Ethan Frome

Thoughts   Ethan Frome, First pub’d 1911/Penguin Classics Deluxe Edition 2009, 99 pages

MOTIVATION for READING:    I had not yet read any Edith Wharton.    Just hadn’t gotten to her yet.      Awhile back on one of the lists/memes where people highlight books that impacted in some way, I saw Ethan Frome and didn’t recognize the title.     I believe it was Lisa of Books on the Brain (yes, found the post:  a Sticky Books meme from a year ago.)   Anyway, I got pulled to purchase this on an excursion to Borders; I was seduced by the cover.

Before anyone protests that I have in the past stated that I *NEVER* buy books for the cover, tis true.   I have said that and I rarely do buy books for a pretty cover.   But this one is so colorful and metallic and of cool paper.    It FEELS good and it has those bookmark flap things that I find really cool.

I can also count this as a book OLDER THAN ME for the Twenty in Ten Challenge.  

WHAT’s it ABOUT:    This is a mystery about what possibly could have happened in poor Ethan’s past to make him such a sad withered old man.    It’s a morality tale about dreams and happiness and these being totally denied.     It’s about life in brutally cold New England way back in the day.

Now that I reflect, I’m thinking this could also be counted for the Women Unbound Challenge – what happens to a poor girl whose father has come to ruination.   What choices does she have?      In that regard, not much has changed to describe the feelings of being trapped by a lack of cash…    And THAT is not necessarily gender-specific.    But what an interesting study in hypochondria and any/all ailments women suffered but never got specific about.

What choices does poor Ethan Frome have?    The silly idiot.   For marrying that woman because he felt desperate and she could be his way to push off loneliness.    And he thought he was rescuing her. Guffaw!

The suffocation of a life with no means of escape.     The grasping at tiny sparks of joy and happiness, the SCRAPs of a dream of a vibrant life!     oh, the suffering.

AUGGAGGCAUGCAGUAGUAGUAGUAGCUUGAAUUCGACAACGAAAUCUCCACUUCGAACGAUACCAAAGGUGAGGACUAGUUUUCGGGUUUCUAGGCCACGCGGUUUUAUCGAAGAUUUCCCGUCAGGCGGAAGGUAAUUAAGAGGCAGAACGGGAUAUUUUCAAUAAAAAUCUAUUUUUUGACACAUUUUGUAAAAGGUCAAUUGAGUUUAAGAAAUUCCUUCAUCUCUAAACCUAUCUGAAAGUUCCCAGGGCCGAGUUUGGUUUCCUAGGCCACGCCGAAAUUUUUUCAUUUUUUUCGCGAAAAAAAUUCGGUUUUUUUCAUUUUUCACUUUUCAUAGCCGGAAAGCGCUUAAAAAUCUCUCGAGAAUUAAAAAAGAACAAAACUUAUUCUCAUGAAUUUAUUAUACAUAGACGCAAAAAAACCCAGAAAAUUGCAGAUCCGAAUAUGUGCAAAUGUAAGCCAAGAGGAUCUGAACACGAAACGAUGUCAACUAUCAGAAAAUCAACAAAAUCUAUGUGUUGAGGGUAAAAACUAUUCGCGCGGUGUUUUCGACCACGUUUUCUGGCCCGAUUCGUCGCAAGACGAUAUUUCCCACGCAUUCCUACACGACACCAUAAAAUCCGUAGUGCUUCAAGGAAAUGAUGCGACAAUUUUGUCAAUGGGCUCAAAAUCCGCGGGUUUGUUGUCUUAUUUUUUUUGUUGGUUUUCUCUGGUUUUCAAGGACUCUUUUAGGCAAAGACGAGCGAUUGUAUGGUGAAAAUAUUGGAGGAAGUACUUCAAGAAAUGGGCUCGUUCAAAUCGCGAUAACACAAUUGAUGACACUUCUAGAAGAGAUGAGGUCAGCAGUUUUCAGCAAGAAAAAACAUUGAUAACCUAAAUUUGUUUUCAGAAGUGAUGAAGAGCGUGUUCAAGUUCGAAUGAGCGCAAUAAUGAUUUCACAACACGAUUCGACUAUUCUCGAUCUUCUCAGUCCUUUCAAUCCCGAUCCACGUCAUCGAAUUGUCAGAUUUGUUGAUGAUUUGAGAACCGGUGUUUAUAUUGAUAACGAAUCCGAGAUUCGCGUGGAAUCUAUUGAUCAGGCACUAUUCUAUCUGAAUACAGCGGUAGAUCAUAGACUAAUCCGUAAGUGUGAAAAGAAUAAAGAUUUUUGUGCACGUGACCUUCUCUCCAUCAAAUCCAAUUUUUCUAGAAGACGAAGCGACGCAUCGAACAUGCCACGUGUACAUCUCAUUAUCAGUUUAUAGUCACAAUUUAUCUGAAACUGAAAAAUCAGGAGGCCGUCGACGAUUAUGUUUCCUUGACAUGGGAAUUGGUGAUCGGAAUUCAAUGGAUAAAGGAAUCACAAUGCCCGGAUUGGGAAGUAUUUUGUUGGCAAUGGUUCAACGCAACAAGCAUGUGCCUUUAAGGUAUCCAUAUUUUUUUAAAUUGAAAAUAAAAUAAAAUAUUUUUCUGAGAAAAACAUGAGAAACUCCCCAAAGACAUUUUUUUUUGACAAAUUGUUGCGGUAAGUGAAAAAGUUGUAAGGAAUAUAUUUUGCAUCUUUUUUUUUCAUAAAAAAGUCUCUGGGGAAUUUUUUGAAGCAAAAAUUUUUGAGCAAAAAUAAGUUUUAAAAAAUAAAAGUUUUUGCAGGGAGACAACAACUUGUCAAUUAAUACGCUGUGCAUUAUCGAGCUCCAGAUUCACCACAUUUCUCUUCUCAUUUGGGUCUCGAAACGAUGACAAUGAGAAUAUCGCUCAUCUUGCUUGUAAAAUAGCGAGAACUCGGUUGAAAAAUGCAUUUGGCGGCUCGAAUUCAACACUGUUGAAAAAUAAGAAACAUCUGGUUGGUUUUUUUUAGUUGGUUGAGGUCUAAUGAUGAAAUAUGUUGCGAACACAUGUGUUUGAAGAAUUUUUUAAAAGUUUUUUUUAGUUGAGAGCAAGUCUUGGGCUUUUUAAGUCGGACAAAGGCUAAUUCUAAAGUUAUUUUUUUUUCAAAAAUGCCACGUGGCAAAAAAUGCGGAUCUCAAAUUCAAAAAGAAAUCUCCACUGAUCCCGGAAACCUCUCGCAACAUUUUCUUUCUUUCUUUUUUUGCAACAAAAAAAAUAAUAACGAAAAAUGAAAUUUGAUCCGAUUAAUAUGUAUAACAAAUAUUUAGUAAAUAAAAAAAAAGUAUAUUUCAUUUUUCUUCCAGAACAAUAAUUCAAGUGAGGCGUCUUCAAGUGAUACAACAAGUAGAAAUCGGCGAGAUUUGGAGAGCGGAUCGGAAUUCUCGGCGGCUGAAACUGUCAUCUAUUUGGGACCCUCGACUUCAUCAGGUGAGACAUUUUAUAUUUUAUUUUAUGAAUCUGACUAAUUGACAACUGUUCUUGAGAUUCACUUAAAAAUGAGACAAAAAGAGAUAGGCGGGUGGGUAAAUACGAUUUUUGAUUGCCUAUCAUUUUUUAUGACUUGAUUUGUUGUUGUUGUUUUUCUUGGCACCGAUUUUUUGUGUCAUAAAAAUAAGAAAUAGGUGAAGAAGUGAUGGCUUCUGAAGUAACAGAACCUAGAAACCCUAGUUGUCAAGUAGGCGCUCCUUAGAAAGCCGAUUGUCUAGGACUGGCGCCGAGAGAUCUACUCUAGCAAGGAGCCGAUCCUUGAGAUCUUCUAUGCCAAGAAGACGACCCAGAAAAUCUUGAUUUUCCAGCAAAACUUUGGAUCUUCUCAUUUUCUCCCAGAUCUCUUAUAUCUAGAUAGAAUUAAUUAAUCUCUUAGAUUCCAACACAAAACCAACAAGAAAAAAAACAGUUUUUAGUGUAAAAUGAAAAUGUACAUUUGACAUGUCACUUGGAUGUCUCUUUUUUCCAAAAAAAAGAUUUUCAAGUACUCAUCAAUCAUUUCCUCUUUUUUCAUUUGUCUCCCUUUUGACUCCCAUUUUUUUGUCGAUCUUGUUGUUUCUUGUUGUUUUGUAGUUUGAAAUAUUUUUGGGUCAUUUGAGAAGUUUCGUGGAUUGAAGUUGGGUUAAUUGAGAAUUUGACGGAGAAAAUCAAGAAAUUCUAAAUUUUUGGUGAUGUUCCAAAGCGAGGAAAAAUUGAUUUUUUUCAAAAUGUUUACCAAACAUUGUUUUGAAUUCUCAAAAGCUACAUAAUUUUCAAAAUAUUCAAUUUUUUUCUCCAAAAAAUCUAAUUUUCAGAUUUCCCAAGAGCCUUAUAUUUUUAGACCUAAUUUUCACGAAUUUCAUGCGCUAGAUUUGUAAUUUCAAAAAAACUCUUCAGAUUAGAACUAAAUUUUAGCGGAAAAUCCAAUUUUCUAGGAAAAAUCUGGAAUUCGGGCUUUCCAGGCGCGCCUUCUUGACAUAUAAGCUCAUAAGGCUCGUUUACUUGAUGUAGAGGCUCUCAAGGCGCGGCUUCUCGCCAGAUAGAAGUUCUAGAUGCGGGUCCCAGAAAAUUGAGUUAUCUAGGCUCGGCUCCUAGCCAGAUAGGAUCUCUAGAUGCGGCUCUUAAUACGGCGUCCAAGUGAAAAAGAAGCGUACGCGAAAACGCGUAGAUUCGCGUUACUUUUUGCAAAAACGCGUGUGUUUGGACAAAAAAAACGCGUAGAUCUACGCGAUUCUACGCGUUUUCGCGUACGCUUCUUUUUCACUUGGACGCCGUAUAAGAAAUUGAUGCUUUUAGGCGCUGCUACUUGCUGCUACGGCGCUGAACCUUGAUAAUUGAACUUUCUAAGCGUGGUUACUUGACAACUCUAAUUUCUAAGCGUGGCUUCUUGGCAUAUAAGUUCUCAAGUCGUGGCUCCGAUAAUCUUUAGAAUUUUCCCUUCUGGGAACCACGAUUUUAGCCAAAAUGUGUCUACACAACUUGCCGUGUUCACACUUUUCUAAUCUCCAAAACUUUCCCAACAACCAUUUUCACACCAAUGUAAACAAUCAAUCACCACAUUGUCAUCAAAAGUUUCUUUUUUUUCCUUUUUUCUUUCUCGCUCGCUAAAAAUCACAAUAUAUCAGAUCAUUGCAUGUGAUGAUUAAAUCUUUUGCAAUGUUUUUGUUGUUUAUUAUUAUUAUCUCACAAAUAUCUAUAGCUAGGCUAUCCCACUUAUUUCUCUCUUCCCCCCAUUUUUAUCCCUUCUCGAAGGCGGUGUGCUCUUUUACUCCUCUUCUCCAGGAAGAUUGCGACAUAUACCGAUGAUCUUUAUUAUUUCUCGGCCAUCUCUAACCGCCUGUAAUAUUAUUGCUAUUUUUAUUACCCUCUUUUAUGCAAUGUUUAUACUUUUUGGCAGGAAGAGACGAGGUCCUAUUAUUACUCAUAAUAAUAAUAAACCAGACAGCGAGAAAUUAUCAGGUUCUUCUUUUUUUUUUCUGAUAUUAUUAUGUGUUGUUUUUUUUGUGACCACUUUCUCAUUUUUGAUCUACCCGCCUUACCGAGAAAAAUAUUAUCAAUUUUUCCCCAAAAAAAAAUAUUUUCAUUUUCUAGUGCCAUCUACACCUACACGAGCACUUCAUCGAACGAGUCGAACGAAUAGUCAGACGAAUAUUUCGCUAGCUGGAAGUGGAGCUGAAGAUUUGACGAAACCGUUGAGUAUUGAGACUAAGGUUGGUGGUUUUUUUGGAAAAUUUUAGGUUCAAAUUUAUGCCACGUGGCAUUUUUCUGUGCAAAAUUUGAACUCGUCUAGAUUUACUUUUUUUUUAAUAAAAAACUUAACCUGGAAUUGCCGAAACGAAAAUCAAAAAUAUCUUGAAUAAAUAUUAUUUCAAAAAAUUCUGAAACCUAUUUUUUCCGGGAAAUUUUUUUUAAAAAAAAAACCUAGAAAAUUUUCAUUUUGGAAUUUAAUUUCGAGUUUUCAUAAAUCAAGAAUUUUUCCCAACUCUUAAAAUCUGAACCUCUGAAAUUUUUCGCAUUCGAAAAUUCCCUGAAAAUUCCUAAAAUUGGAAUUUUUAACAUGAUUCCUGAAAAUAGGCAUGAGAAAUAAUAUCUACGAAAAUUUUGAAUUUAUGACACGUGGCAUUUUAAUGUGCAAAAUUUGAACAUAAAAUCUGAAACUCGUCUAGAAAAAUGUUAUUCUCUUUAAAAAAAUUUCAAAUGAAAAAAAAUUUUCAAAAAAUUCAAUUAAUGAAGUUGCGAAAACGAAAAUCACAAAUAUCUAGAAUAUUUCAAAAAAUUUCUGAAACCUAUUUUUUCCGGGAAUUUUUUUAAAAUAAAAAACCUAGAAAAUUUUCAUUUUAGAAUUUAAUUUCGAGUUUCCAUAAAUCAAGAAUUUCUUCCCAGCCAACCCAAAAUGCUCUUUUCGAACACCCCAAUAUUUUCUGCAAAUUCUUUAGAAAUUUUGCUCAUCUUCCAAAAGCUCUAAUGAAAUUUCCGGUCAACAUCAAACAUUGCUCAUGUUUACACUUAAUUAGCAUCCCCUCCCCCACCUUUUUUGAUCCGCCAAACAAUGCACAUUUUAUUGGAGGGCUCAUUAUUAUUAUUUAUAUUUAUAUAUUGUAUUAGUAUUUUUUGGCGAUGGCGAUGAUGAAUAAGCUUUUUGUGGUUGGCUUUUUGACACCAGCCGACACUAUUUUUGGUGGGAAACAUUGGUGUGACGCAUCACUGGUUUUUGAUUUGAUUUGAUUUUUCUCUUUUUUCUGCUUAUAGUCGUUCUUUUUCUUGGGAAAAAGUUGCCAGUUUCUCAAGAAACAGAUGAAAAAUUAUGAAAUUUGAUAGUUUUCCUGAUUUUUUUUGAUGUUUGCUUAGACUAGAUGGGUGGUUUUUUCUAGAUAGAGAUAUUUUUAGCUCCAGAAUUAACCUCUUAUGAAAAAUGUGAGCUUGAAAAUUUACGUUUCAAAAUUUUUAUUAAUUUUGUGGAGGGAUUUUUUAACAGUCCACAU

Honestly?     I don’t know why they all didn’t drink poison and end it all decades before.

WHAT’s GOOD:   I thought the writing spot on.    Spare, cold and yet vivid.     There is FEELING in this book; it’s an uneasiness and just barely noticeable unpleasantness.     Besides the damn cold and the back-breaking chores and the hard scrabble for a dollar.

and TENSION*!      tremulous, pit-in-the-stomach (gobnabbit, just kiss her already!   You haven’t done anything wrong except WANT A BETTER LIFE!    Except, unless, you count ‘thinking’ about sinning the same or worse as the sinning and I’m not here to get all technical about sin or anything…   It’s not (thank you!) MY morality tale – what a whopper this is, though, even as I wonder what I was supposed to learn besides be careful who you marry.)

WHAT’s NOT so GOOD:    (with ME, not the book.) OK, so I wish I had gone into this with a wee bit more preparation.    I noticed stuff like the red scarf but missed the red color of the pickle dish.   Sure, I recognized the weight of that darn important pickle dish but realized I wasn’t paying attention like I should.   So I stopped half-way through and read this online article on Ethan Frome’s Symbolism, Imagery and Allegory. I was much better prepared for the end of the book and no, I didn’t cry.    I was amused.    (I also read a hilarious snarky review on goodreads that had me laughing which also relieved my being overly emotional about it all.)

Thank you Christine of stacked (who mentioned Ethan Frome at the BBC panel – oh yes, I noticed it) for offering this link to a fun video retelling of Ethan Frome (~6 minutes).

RATING:    Four slices of Pie  

I’m very glad I read this.    Now I know what it’s all about.   Sometimes that’s wonderful regardless of liking or enjoying or not.

*  I read the Introduction AFTER writing this post.   Written by Elizabeth Ammons:   “stylistic elegance”, “perfectly calibrated mood of impending doom”. LOVE all the bio on EW – what a woman! Must. Read. More.